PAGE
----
Boeing C-135 Stratolifter

Primary Role: Strategic Airlift/Staff Transport

Derived from Boeing’s prototype 707 jet airliner in the early 1950s, the versatile C-135 has been a visible fixture of the U.S. Air Force since the first one was acquired in August 1956. Although most of the 820 units were developed as KC-135A Stratotankers for the air refueling mission, they have also performed numerous transport and special-duty functions. Forty-five base-model aircraft were built as C-135A or C-135B transports, with tanking equipment excluded.

Fifteen C-135As, powered by J57 turbojets, were built. In later years, almost all were upgraded with TF33 turbofan engines and wide-span tailplanes then redesignated C-135E. Thirty C-135Bs were built with TF33 turbofans and wide-span tailplanes from the outset, and a small number remain in service in their original form. The C-135C designation applies to three WC-135B weather reconnaissance aircraft which reverted to transport status. Most of the other C-135Bs were converted to various special mission variants following their service with the Military Airlift Command (MAC).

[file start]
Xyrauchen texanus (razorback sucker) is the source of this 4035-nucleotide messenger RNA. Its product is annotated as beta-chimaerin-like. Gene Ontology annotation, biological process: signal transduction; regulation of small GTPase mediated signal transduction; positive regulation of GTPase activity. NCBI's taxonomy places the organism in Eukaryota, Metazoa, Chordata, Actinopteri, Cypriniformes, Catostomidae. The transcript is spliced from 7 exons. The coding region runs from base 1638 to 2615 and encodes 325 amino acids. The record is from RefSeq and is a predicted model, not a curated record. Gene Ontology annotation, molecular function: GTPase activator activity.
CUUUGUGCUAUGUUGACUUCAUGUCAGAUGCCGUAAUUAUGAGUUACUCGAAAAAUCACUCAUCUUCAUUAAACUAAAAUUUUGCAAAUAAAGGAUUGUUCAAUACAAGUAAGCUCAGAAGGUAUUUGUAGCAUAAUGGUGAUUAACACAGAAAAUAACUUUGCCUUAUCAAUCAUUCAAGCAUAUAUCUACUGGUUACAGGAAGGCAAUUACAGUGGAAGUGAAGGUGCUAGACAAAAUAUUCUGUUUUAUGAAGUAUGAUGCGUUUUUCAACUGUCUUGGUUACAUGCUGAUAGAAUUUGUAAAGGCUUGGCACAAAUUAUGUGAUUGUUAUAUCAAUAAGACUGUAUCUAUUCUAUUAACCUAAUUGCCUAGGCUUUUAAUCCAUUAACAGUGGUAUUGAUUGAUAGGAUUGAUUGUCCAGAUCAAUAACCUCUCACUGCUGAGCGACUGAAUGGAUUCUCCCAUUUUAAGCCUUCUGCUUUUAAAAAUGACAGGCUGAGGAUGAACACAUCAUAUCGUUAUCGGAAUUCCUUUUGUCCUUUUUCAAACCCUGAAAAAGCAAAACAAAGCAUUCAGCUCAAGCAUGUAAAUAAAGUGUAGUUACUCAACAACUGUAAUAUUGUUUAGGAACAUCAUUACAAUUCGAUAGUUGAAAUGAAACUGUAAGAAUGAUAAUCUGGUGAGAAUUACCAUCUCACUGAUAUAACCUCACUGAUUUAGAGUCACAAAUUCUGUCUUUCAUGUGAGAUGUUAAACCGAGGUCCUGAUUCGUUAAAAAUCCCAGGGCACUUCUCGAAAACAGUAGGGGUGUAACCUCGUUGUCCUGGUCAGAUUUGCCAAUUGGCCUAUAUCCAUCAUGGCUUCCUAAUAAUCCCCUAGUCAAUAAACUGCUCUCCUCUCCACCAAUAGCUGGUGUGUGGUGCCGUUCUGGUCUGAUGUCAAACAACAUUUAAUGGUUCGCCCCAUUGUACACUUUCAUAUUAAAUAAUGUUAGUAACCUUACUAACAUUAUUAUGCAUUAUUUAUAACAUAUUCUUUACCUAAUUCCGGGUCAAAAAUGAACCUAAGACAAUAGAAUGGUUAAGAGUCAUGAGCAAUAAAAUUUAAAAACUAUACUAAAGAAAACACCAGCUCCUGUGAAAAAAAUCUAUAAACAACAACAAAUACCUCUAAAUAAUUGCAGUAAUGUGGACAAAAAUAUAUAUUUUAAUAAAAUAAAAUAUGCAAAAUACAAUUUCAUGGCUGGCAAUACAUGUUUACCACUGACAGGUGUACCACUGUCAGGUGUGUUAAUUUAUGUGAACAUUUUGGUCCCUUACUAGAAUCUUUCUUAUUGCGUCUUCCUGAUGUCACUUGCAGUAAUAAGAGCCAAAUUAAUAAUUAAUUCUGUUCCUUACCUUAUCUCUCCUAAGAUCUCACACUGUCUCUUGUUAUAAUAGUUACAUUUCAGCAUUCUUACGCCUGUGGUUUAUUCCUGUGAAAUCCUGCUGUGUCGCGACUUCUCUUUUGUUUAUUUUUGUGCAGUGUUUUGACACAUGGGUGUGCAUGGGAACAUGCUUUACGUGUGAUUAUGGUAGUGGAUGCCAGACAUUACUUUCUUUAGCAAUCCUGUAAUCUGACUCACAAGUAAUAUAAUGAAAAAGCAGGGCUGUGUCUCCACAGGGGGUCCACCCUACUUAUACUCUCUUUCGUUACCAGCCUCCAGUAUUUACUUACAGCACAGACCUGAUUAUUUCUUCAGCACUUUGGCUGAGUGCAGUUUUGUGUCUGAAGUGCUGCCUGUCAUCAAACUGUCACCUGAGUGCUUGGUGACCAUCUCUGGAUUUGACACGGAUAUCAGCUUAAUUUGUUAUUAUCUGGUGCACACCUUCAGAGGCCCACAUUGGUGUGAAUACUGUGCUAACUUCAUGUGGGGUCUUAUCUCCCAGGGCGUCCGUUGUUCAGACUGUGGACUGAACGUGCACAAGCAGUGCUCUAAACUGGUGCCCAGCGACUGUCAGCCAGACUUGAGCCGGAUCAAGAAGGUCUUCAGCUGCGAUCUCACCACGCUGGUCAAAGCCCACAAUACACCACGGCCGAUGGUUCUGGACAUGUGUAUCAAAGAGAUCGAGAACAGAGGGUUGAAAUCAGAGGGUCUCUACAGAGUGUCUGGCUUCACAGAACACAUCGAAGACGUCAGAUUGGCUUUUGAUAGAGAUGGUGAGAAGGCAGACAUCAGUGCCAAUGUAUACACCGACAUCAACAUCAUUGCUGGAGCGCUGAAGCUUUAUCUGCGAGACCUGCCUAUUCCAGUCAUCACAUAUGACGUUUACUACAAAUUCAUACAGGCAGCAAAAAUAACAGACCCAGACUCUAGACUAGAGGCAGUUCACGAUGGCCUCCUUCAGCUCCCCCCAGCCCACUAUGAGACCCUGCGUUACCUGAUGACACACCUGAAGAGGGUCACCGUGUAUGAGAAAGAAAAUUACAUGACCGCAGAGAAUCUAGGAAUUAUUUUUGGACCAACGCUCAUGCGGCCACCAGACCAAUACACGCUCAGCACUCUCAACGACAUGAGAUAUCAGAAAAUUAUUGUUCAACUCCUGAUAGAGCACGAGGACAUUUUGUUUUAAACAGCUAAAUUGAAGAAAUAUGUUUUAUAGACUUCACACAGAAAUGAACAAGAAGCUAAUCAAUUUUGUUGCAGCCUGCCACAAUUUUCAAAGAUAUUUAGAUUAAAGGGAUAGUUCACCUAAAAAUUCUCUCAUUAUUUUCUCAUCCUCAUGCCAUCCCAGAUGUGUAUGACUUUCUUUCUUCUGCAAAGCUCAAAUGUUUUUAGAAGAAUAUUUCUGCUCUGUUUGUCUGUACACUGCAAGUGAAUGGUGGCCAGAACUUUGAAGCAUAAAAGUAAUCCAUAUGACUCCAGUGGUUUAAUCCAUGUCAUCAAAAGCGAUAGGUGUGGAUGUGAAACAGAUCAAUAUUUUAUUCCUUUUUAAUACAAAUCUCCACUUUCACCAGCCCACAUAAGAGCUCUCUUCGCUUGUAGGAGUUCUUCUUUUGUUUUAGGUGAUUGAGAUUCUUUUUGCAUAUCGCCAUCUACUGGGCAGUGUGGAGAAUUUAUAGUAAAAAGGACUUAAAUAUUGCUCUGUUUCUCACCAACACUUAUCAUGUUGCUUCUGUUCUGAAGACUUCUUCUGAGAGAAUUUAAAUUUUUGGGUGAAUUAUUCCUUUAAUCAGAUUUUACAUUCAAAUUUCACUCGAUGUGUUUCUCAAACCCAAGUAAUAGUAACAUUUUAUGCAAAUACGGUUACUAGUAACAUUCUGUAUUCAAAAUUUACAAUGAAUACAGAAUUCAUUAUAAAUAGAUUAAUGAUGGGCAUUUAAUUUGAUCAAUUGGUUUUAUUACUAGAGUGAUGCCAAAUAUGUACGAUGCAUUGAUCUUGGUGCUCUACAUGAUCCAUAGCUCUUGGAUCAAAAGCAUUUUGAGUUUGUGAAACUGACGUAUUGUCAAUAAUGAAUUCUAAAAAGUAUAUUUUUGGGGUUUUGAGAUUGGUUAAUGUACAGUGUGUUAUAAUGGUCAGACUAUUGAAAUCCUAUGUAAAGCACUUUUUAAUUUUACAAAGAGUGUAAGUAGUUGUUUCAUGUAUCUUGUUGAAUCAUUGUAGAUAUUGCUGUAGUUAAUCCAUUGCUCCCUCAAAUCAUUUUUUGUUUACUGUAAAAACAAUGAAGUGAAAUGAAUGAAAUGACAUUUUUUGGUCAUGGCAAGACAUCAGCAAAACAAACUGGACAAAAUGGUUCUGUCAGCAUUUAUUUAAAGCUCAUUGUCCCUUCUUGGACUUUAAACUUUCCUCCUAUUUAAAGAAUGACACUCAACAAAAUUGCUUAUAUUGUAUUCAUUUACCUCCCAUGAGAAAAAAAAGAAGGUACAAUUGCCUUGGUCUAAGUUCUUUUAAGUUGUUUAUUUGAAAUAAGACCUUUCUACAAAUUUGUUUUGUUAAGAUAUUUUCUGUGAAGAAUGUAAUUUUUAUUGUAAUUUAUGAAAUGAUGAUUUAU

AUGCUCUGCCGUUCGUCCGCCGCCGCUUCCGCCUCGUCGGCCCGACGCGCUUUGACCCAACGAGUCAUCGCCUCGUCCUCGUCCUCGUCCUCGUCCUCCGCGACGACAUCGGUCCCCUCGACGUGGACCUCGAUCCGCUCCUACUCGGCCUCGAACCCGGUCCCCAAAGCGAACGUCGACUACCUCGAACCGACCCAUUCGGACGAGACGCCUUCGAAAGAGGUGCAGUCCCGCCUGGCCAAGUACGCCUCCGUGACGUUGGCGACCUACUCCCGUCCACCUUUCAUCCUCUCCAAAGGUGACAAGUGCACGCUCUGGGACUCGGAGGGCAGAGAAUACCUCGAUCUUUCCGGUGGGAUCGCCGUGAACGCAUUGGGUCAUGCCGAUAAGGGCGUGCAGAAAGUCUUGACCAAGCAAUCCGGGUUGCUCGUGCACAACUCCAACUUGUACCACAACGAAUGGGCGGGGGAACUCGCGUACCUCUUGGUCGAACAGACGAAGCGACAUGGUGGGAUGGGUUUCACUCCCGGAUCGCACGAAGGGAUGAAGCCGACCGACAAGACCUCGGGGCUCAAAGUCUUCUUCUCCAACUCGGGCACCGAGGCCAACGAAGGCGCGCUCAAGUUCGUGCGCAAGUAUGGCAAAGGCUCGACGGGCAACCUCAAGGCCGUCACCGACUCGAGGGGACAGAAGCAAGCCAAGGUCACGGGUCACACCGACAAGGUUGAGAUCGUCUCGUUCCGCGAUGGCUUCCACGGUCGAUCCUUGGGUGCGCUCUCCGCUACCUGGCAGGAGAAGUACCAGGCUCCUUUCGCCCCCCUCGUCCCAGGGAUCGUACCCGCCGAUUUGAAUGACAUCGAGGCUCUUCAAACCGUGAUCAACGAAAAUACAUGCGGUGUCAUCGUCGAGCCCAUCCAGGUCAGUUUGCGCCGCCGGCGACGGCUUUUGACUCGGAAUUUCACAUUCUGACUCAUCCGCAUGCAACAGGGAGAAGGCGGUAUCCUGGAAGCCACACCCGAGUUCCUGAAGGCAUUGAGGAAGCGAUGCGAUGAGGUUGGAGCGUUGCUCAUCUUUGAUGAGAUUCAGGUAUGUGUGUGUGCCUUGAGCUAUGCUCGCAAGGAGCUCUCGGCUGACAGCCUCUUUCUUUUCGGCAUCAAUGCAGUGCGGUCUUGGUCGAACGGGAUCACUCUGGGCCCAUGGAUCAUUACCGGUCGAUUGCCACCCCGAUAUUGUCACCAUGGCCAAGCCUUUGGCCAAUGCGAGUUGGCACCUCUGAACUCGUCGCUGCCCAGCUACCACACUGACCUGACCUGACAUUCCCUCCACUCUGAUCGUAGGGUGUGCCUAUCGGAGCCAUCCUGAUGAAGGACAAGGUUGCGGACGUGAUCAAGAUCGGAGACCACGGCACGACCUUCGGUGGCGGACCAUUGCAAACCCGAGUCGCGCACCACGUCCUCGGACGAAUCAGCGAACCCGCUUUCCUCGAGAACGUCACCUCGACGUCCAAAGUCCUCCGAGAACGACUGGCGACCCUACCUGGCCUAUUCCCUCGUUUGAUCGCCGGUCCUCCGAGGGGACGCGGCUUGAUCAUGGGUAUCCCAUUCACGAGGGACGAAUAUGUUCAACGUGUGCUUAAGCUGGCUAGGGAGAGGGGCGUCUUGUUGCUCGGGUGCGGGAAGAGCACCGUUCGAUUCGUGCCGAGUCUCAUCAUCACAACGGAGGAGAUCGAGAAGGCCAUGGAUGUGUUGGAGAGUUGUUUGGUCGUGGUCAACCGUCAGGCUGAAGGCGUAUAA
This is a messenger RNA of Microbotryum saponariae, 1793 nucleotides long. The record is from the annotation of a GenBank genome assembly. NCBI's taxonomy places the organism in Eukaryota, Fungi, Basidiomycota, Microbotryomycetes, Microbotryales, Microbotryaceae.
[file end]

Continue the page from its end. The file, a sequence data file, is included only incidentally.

C-135C “Speckled Trout”

Although most of the remaining C-135 aircraft are used as transports for senior military leaders and other high-ranking dignitaries, the C-135C┬ácommunications aircraft serves as an aerial testbed for emerging technologies. Developmental tests using the “Speckled Trout” aircraft have demonstrated the capability to fly precision approaches using a local area differential GPS system. This modified C-135 has been fitted with a millimeter-wave camera and a new radome to test the camera’s generation of video images of the forward scene in low-visibility conditions. The aircraft, which in the VIP transport role seats 14 passengers, gives the Joint Forces Air Component commander a limited ability to plan and control the simulated battle while in the air en route to the crisis area.